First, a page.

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Urbanization: Causes and Characteristics

Urbanization is a relatively recent phenomenon in Zaire, and in the early 1990s Zaire was still a predominantly rural nation. Since the 1940s, however, the population has increasingly shifted from rural to urban areas, especially Kinshasa. An estimated 39.5 percent of the population was classified as urban in 1990, up from 30.3 percent in 1970 and 34.2 percent in 1980. Between 1940 and 1970, all urban centers had grown in population by a factor of ten. Growth has continued at a relatively high rate since then. Indeed, the average annual urban population growth rate has been estimated at almost 4.7 percent for the 1985-90 period, as compared with an average annual rural population growth rate of less than 2.3 percent during the same period.

Kinshasa remains, overwhelmingly, the nation's largest city, with a population estimated at nearly 5 million in 1988. More than one-third of all city-dwellers lived in Kinshasa in 1988. There are, however, a number of other large cities as well, several of which (including Kananga, formerly Luluabourg, and Lubumbashi) had populations of nearly 1 million by 1985 (see table 7, Appendix).

The concentration of resources in the cities has long drawn migrants from the countryside. Civil strife following independence intensified the shift of population to urban areas. Most recently, the chaotic economic and social conditions of the late 1980s and early 1990s have aggravated existing disparities between urban and rural standards of living. Urban residence has thus grown increasingly attractive as the conditions of rural life have deteriorated even more rapidly than the conditions of urban life.

In the colonial era, influx controls kept large numbers of people from migrating to the cities. The controls also allowed more men (as workers) than women into the cities, resulting in a skewed urban sex ratio. But since independence, government attempts to discourage urban migration, including periodic roundups and deportations of the urban unemployed to the countryside, have failed. Ample evidence of the failure is provided by the numerous squatters' villages that have sprung up on the outskirts of Kinshasa and other cities.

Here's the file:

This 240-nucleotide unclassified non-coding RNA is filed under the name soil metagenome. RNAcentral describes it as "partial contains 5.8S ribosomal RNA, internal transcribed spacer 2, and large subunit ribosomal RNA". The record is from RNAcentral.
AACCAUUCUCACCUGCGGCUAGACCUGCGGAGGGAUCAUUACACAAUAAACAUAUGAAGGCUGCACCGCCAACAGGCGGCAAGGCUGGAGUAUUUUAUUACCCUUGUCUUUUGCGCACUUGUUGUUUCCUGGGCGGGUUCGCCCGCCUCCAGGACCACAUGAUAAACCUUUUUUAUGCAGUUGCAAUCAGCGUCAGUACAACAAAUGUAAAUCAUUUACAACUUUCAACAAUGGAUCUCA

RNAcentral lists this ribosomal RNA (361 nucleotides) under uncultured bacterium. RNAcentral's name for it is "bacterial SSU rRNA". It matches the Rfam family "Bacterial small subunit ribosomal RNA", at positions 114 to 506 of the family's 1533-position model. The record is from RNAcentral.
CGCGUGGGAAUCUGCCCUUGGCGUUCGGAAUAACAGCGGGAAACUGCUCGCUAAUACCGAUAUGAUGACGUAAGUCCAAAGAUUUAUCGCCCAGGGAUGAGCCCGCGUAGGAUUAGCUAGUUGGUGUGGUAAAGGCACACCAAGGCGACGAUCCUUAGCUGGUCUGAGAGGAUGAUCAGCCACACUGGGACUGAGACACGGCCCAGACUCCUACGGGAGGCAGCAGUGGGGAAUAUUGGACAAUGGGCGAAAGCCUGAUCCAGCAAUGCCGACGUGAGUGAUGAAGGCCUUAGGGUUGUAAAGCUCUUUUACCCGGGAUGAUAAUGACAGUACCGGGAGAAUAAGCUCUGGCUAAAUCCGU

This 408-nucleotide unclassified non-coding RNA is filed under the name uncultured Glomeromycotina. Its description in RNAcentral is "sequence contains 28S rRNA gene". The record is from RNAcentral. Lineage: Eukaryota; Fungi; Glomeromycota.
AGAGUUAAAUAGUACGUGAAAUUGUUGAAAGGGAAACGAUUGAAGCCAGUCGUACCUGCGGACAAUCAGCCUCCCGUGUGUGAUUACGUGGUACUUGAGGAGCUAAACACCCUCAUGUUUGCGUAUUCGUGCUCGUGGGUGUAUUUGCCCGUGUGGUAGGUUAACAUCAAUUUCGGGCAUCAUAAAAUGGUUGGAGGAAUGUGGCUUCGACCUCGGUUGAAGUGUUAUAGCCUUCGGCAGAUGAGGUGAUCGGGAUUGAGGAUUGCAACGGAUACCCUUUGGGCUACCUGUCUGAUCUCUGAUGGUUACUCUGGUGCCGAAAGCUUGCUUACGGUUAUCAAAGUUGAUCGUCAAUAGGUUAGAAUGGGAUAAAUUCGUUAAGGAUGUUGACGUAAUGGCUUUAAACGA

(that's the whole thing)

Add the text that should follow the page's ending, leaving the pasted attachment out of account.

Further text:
Indeed, state policies over the years actually accelerated the rural exodus to the cities. State investment funds were almost entirely targeted toward cities and the mining areas, further aggravating the resource disparity between rural and urban areas. State-fixed prices for food crops produced by villagers were kept deliberately low in order to keep urban populations quiescent. The state also continued the colonial-era policies of compulsory agricultural production quotas and of heavy direct and indirect taxation for cash crops such as cotton. When indirect taxes, such as turnover and export taxes, on cash crops are added to direct taxes, Zaire specialist Crawford Young has estimated that as much as 50 percent of real and potential village income is routinely extracted by the state or its representatives. Moreover, the exactions levied by the state and its agents generally increase in severity in proportion to distance from urban centers. Rural public employees and soldiers frequently use their official powers to live off the land, or for extortion, particularly when their salaries are either delayed or not paid by corrupt superiors. Given the scale of legal and illegal state exactions on the rural population, the flight of villagers to the cities can be seen as absolutely rational.

Several particular aspects of the growing urban population are also noteworthy. Since independence, women have been particularly quick to migrate to cities and exploit the opportunities of urban life, in particular the opportunity to engage in economic activity in the informal sector. In the 1990s, women generally equaled or outnumbered men in Zaire's urban centers, in sharp contrast to the colonial era. Migration of the young to Zaire's urban centers in search of postprimary education has also been a strong factor in urban growth.

Another striking feature of Zaire's urban populace has been the low number of wage earners in the formal economy relative to the total population. The most extreme known case is that of Kananga, which was reported to have only 10,000 wage earners out of a population of 429,000 in 1973. The survival of most urban households has been founded on activity outside of the formal economic sector. Much of the populace makes its living in the large and thriving informal sector (see The Informal Sector , this ch.; The Informal Economy , ch. 3).

Data as of December 1993

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